Barnes lashes out at Greitens defense team, committee subpoenas governor

Rep. Jay Barnes and the Missouri House investigative committee announced Friday they subpoenaed Gov. Eric Greitens to appear before the committee June 4. (KRCG 13)

A Friday morning hearing on the examination of Gov. Eric Greitens' phone turned bitter after Greitens' legal team produced a document in apparent contradiction to its stated position.

The House panel investigating the governor spent more than an hour taking testimony from Brian Koberna, a forensic investigator with Troy, Ill.-based Applied Forensics. Koberna examined Greitens' phone this spring along with those of his former mistress and her then-husband.

The governor's former mistress claims he took a semi-nude photo of her and threatened to distribute it if she ever spoke of their affair. Koberna told the committee he found no evidence of such a photo on the governor's phone, but that doesn't mean a photograph never existed, nor does it mean Greitens could not have taken a photo with a different phone.

The turning point came when Rep. Curtis Trent, R-Springfield, asked Koberna about his examination of phones belonging to two associates of the woman and her ex-husband. Trent tried to enter into evidence a document summarizing this work. Barnes said the document had not been provided to the entire committee. Trent said he received it from Greitens' legal team. That prompted an angry exchange between Barnes and Michelle Nasser, an attorney on Greitens' legal team who was there to observe on behalf of lead defense attorney Ed Dowd.

Barnes said Dowd had yelled at him the previous day over production of evidence, with Dowd claiming he was under a court order not to provide further documents to the committee. Barnes and other committee members accused the Greitens defense team of only producing "cherry-picked evidence" and not the full truth.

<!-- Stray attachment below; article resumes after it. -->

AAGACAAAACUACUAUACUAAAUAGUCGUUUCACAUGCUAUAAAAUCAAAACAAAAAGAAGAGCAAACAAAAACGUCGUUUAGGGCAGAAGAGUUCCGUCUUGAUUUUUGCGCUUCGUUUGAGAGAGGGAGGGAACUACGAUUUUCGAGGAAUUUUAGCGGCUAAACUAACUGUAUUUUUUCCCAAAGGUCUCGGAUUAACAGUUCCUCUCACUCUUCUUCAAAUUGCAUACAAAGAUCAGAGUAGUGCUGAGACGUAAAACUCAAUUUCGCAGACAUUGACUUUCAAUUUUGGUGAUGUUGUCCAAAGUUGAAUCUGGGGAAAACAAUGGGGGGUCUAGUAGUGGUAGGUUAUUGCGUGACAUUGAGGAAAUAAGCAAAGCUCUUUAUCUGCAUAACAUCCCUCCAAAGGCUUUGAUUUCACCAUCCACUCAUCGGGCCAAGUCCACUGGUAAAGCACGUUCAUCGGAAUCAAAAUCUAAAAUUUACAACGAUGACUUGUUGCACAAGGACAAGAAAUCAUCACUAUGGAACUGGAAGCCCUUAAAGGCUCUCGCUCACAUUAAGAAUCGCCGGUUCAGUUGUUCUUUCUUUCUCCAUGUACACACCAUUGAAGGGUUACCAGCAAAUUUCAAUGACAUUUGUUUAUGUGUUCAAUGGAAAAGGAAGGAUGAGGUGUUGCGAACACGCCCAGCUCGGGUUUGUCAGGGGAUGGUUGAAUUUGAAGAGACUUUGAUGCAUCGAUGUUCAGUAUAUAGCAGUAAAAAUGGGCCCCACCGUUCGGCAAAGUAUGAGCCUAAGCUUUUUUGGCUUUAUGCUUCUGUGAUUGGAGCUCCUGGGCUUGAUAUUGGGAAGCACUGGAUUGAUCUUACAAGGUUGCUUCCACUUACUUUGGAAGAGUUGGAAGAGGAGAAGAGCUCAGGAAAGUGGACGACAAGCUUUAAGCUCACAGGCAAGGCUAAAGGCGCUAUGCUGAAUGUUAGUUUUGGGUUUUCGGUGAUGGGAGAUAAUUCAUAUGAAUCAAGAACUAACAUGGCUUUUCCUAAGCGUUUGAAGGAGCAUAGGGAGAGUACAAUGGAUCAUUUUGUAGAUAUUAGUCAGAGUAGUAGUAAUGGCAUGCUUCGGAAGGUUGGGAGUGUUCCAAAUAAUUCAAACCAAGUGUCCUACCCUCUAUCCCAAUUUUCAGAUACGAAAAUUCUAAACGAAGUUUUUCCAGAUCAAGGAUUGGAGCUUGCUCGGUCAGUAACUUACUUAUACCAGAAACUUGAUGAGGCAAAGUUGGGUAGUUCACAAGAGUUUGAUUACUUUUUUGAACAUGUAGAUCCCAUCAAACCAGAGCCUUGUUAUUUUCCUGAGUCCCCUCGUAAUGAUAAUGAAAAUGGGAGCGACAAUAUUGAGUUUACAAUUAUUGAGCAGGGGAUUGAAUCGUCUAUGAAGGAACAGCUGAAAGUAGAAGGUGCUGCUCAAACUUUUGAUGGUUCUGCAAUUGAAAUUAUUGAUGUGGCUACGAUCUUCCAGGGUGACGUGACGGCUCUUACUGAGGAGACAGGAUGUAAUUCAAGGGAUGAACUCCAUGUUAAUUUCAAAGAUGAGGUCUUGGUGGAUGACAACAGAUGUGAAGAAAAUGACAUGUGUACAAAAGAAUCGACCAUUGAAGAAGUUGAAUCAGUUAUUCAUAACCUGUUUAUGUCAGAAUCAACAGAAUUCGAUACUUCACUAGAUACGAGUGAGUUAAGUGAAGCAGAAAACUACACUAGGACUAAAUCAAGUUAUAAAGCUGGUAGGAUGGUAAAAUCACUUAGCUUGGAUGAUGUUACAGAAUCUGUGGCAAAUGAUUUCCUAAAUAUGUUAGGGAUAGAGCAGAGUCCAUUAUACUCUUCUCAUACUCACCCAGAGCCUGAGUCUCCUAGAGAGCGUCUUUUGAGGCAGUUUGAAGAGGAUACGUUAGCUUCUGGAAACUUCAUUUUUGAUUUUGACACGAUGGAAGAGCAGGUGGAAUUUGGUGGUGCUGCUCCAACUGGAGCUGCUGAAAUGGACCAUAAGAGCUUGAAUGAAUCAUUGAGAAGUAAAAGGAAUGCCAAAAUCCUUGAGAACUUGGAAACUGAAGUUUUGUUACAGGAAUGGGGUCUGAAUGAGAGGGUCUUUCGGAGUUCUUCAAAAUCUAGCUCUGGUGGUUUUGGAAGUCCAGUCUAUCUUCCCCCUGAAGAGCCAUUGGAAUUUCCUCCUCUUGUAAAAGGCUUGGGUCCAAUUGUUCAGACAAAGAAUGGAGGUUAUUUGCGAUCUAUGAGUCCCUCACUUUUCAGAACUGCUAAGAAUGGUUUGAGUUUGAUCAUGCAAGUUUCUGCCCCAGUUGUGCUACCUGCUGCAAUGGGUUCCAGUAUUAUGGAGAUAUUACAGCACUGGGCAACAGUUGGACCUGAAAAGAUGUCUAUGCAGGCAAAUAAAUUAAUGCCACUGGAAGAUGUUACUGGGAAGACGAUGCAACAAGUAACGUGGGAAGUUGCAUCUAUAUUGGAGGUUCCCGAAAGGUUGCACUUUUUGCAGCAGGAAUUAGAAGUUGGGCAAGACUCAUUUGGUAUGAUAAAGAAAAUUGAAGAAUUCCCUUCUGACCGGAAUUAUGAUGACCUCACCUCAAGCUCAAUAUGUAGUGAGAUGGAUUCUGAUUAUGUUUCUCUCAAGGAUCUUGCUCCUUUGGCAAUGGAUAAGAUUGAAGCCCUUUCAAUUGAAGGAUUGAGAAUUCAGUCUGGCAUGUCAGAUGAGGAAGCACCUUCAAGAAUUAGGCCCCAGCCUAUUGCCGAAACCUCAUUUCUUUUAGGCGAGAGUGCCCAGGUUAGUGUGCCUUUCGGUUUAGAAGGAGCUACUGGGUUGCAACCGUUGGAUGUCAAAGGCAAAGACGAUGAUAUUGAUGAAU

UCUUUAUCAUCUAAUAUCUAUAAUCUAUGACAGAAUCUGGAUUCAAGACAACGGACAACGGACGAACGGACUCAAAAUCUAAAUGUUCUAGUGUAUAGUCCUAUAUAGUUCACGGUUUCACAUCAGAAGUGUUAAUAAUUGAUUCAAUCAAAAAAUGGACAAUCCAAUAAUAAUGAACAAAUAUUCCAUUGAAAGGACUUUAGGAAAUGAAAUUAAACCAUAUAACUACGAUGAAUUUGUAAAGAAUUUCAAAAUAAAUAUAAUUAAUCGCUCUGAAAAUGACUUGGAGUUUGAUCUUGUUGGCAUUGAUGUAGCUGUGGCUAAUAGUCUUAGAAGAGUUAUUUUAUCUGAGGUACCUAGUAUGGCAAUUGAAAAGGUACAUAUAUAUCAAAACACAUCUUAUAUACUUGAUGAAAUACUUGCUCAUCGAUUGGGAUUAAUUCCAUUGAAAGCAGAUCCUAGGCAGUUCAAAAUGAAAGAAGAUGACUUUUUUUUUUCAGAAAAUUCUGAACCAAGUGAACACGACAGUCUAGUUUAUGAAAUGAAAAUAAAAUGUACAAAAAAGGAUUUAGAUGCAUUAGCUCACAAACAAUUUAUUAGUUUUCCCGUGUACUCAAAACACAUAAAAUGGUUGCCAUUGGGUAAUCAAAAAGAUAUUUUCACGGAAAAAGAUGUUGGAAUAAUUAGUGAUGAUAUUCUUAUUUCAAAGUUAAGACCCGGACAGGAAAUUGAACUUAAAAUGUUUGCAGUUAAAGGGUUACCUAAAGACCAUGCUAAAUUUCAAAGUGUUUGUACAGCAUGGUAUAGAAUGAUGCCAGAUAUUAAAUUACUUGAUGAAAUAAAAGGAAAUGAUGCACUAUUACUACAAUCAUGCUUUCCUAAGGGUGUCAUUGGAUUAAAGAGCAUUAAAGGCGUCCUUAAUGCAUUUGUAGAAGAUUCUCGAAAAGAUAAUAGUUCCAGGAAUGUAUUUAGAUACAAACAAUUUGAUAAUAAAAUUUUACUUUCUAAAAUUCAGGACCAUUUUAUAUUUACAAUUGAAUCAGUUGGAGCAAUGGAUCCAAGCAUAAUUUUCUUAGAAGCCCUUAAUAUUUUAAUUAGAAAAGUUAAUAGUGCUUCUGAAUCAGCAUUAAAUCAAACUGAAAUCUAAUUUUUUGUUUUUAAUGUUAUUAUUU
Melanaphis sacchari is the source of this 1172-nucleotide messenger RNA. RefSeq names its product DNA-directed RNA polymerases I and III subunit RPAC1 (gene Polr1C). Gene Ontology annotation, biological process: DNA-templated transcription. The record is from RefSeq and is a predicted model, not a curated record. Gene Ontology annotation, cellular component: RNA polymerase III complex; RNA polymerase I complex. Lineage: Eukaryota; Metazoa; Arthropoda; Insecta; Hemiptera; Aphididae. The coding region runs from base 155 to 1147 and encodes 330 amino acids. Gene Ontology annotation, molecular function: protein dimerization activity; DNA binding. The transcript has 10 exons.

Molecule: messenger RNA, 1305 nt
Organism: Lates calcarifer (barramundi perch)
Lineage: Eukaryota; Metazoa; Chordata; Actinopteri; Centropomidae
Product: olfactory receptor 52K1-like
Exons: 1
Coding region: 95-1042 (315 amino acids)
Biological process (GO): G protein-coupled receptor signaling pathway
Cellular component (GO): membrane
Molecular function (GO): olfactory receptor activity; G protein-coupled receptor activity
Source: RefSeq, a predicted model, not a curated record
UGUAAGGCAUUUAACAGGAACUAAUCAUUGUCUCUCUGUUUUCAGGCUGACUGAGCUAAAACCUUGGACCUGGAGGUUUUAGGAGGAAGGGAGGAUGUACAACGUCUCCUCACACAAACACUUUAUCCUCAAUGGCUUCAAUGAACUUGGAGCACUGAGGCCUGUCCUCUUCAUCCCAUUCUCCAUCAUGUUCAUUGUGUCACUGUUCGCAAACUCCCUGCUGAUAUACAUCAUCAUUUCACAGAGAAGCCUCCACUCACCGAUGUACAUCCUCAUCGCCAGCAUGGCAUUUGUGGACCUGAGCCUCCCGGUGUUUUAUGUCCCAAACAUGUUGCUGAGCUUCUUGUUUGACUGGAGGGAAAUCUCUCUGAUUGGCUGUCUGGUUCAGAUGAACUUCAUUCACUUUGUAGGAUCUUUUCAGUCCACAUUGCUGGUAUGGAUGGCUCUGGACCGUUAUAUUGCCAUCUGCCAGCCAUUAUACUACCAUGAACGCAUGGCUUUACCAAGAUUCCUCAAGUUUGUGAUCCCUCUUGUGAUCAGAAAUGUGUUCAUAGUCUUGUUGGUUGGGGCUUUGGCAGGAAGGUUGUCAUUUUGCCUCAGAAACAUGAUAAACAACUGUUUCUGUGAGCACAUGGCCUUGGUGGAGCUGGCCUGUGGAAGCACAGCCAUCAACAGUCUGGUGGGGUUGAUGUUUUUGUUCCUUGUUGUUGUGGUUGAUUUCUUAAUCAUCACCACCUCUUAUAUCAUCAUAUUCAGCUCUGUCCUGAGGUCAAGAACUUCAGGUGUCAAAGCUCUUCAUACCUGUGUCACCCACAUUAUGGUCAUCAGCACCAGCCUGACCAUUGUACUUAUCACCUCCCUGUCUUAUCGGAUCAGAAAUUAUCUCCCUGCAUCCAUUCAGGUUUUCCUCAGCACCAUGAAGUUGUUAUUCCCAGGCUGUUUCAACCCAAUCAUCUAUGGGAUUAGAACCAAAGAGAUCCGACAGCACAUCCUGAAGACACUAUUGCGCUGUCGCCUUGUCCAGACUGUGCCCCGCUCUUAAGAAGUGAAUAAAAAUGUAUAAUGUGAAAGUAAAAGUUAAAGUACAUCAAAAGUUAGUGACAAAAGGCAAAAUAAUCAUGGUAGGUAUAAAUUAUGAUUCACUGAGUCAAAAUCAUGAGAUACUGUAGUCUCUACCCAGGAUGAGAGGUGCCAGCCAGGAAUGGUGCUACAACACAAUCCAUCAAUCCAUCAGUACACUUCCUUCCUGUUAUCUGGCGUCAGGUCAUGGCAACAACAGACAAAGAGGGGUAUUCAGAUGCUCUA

"This is the Show-Me State," Barnes declared to Nasser. "You want us to look at evidence? Give all of the evidence to us."

Nasser repeatedly asked to speak in a closed session, refusing to answer Barnes' questions in open session. After arguing over the issue for nearly 30 minutes, the committee went into closed session to discuss the matter. When they came back, Barnes apologized to Nasser for attacking her over Dowd's actions. Nasser in response read a statement from Dowd in which he said he thought the committee had been given everything that had been turned over to St. Louis Circuit Attorney Kim Gardner's office.

Nasser accepted Barnes' apology but later told reporters she had never been treated that way in her time as a federal prosecutor or as a private-practice attorney.

"He said that he wants this to be a truthful process where both sides are being heard, yet we cannot call our own witnesses," she said. "We can't object, we can't question anybody. This is not a truth-finding process."

The committee has subpoenaed Greitens to appear on June 4. It also has asked the woman whose photo he allegedly took to appear on June 5. Committee members said they don't yet know if they will open her testimony to the public.

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